Have you ever managed to gain a challenging healthy habit—or to break an unhealthy habit? If so, how did you do it?

A number of them. One of the many reasons I appreciate your body of work is because I’m kind of obsessive about habit (re)formation and have been since college when I realized what a sluggish mind I had.

The most challenging habits for me have revolved around physical fitness. I’m “in my head” a lot and for my first thirty years had poor awareness of my body. Over 20 years ago, I created for myself a simple 20-minute sequence of yoga postures and breathing exercises designed to help my distracted mind focus. I practice some variation of it every single day no matter how I feel or where on the planet I am. Why? Because it’s simple, pleasurable, and seamlessly integrated into my morning routine of First Five Essentials. And I can tell what a difference it makes for my well-being and health.

During the pandemic, I realized I needed more strengthening and cardio during the cold months when I can’t swim. Downhill skiing is fun but too complicated and expensive to make a daily habit, and you’ll likely never find me in a gym—which in the Hudson Valley also could require another 25-minute drive—and I don’t want to purchase clunky home equipment, not even a Peloton. So, I studied how to integrate 5-minute cardio activities, burpees, and a chin-up bar routine right into my yoga sequence. Again: simple, pleasurable, integrated into what I already do—and really effective. Sometimes I rope my daughters into doing them with me.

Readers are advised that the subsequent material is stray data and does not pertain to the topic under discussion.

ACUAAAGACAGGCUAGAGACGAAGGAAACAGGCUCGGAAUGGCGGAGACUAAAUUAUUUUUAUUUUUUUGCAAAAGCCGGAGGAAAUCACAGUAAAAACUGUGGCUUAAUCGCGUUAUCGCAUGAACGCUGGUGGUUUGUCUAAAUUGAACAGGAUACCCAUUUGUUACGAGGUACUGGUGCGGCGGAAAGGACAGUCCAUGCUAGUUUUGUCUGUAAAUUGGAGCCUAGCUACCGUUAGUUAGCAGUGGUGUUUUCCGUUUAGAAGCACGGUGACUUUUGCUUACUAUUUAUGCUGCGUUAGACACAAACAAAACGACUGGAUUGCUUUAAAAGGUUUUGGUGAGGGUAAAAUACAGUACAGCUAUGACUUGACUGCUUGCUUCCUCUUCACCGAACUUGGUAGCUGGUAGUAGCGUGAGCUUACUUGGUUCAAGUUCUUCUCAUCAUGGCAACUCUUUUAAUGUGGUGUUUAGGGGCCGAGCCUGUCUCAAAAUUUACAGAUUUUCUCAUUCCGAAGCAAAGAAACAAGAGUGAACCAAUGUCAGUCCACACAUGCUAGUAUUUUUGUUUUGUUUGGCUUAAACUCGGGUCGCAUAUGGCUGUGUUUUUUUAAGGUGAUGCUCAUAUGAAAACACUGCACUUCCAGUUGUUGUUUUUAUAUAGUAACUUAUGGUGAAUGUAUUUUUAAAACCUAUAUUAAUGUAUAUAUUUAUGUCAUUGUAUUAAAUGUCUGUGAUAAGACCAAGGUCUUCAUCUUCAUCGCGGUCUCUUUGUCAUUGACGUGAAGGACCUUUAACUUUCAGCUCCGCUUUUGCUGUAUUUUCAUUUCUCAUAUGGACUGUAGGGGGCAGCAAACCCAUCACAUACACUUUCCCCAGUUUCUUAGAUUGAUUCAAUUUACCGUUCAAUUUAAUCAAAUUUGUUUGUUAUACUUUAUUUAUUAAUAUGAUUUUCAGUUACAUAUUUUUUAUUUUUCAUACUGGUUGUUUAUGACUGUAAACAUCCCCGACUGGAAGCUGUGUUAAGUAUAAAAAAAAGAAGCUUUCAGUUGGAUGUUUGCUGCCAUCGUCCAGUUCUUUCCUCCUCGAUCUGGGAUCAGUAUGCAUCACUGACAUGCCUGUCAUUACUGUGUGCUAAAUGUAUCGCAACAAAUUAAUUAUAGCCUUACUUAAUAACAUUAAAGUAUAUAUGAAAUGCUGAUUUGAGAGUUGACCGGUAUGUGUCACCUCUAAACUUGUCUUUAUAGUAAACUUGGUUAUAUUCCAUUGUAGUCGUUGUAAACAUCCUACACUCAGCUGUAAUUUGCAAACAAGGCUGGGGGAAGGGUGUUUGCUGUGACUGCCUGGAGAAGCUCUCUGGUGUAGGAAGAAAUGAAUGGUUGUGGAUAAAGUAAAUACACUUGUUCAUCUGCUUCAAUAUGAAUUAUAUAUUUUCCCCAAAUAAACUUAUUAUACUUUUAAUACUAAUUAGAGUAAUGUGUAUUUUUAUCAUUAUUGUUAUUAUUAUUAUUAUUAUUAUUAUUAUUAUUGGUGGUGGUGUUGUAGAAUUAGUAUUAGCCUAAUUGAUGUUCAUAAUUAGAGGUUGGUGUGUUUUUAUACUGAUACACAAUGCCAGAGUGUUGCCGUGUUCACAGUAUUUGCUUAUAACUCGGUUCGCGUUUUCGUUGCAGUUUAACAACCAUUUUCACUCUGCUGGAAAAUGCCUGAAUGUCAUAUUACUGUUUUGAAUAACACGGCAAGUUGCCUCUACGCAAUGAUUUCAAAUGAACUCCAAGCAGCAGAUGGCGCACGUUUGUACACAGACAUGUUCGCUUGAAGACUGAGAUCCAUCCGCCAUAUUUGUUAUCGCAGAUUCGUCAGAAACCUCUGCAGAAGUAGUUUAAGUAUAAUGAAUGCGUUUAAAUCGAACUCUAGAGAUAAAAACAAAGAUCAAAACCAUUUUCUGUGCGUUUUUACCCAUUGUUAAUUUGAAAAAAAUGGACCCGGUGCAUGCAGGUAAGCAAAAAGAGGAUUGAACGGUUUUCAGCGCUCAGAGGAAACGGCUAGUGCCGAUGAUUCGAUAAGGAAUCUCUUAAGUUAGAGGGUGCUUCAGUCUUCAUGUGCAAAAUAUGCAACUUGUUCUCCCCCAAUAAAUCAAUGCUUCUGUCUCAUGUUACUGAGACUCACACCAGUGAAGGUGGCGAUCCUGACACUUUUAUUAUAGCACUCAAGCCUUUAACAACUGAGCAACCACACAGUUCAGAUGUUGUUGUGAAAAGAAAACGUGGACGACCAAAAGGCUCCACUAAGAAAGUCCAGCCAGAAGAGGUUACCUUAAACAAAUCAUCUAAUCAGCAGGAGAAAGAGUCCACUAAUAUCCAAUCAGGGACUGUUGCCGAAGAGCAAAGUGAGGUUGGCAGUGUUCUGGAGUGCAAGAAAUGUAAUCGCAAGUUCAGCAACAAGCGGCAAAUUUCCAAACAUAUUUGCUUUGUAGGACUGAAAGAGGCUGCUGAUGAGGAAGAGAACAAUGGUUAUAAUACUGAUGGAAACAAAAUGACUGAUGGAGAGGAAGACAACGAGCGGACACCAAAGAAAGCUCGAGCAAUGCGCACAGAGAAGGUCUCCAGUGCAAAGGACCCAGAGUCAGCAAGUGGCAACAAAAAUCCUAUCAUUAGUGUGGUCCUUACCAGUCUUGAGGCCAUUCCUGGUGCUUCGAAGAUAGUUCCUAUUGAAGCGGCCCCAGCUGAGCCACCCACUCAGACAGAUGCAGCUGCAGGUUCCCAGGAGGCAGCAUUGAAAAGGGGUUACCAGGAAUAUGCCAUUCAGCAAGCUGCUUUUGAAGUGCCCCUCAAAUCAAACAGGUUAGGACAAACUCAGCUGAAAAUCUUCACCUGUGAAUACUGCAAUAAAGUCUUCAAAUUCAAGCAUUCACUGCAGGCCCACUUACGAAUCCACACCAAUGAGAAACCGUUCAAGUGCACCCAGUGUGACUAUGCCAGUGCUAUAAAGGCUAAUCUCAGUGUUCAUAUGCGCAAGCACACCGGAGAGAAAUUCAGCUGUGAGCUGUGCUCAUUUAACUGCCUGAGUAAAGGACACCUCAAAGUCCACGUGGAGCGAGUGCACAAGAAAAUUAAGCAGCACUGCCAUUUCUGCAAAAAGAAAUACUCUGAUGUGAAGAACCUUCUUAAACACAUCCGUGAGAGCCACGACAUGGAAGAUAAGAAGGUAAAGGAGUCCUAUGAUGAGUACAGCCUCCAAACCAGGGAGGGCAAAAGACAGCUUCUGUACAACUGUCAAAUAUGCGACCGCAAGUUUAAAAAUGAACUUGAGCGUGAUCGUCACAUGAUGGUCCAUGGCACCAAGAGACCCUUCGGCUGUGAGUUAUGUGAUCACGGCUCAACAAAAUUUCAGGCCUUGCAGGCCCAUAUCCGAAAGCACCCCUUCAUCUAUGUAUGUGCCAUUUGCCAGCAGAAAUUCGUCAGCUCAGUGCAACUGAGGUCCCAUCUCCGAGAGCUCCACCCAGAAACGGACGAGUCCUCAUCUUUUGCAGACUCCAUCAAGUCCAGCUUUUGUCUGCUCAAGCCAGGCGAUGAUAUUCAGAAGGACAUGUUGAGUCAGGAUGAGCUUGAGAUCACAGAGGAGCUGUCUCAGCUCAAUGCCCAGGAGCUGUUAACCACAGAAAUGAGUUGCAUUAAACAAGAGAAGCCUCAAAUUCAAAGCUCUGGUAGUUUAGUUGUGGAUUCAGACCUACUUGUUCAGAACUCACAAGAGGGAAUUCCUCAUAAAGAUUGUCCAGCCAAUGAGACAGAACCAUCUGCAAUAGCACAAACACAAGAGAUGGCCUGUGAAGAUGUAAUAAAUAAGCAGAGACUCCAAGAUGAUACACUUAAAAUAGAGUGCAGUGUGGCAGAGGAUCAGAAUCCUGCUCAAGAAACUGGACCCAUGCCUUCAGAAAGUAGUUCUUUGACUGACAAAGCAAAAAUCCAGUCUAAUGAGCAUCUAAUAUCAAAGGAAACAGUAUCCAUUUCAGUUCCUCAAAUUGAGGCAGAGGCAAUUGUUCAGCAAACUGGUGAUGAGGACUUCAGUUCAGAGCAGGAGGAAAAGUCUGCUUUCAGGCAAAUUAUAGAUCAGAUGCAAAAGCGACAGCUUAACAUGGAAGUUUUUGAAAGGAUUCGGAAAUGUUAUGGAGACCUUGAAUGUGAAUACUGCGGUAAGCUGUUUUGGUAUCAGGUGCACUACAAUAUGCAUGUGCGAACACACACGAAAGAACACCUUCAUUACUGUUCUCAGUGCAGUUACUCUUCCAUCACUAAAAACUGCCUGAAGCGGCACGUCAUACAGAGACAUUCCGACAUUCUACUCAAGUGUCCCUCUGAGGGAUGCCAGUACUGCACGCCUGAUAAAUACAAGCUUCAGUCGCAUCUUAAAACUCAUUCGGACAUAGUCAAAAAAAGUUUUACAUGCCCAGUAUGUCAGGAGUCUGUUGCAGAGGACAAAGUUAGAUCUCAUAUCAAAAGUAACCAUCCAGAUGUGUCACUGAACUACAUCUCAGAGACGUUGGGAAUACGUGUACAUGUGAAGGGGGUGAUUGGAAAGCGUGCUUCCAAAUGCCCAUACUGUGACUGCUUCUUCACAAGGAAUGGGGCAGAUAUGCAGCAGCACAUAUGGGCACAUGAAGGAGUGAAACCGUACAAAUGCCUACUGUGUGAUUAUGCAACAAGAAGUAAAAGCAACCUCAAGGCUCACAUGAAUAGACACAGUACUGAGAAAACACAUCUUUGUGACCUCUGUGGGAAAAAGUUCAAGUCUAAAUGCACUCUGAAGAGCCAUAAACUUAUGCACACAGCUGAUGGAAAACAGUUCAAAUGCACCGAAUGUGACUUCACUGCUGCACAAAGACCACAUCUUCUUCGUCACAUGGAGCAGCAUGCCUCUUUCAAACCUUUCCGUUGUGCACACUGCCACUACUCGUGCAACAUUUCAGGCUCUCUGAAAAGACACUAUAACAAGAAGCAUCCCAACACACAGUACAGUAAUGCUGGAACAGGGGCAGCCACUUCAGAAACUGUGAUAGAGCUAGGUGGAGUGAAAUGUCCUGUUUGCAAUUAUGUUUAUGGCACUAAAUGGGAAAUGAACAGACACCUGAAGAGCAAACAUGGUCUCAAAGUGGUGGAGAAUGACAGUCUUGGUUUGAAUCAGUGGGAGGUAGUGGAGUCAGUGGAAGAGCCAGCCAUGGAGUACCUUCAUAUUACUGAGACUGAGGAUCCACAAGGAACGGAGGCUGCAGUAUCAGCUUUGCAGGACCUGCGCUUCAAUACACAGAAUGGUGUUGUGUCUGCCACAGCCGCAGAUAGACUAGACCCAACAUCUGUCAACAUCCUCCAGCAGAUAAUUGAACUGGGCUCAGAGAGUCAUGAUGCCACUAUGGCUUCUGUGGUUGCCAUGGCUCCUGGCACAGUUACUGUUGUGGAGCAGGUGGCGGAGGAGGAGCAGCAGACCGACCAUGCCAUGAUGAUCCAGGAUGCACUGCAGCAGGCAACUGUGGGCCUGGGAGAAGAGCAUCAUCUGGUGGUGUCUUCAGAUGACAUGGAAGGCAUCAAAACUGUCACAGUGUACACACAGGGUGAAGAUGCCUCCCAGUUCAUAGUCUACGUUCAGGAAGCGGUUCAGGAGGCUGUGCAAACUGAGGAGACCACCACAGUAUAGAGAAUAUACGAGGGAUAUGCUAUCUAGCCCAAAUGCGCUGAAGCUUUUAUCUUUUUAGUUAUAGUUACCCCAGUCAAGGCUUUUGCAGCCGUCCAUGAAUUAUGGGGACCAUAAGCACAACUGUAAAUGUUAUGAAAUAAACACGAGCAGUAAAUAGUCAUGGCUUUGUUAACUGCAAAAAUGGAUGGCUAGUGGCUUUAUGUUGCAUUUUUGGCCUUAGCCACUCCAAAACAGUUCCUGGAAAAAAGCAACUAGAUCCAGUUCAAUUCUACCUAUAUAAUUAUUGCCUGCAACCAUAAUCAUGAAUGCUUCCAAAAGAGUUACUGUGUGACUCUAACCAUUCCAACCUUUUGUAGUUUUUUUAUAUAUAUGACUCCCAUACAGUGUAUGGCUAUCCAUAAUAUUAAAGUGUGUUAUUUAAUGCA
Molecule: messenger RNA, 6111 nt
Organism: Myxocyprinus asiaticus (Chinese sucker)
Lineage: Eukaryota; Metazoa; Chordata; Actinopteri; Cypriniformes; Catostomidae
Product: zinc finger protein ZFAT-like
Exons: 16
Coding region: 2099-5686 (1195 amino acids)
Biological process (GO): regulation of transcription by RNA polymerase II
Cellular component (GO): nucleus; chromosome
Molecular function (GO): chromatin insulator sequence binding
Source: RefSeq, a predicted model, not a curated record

Simplicity, pleasure, smooth integration, palpable effectiveness—these are often the conditions that make habit formation work for me.

Would you describe yourself as an Upholder, a Questioner, a Rebel, or an Obliger?

I thought I would be a Rebel, but it turns out I’m a Questioner. That makes sense. I question a lot of assumptions, especially my own, and a habit has to make sense to my values and way of life before it sticks. I do hold traits of the others, of course.

Does anything tend to interfere with your ability to keep your healthy habits or your happiness?

Not as much anymore. I tend to make decisions about travel, parties, email, etc. based on whether or not I can maintain these essential habits.

Okay: I still have not broken the email habit. That’s irritating. That’s a goal. 🙂

Have you ever been hit by a lightning bolt, where you made a major change very suddenly, as a consequence of reading a book, a conversation with a friend, a milestone birthday, a health scare, etc.?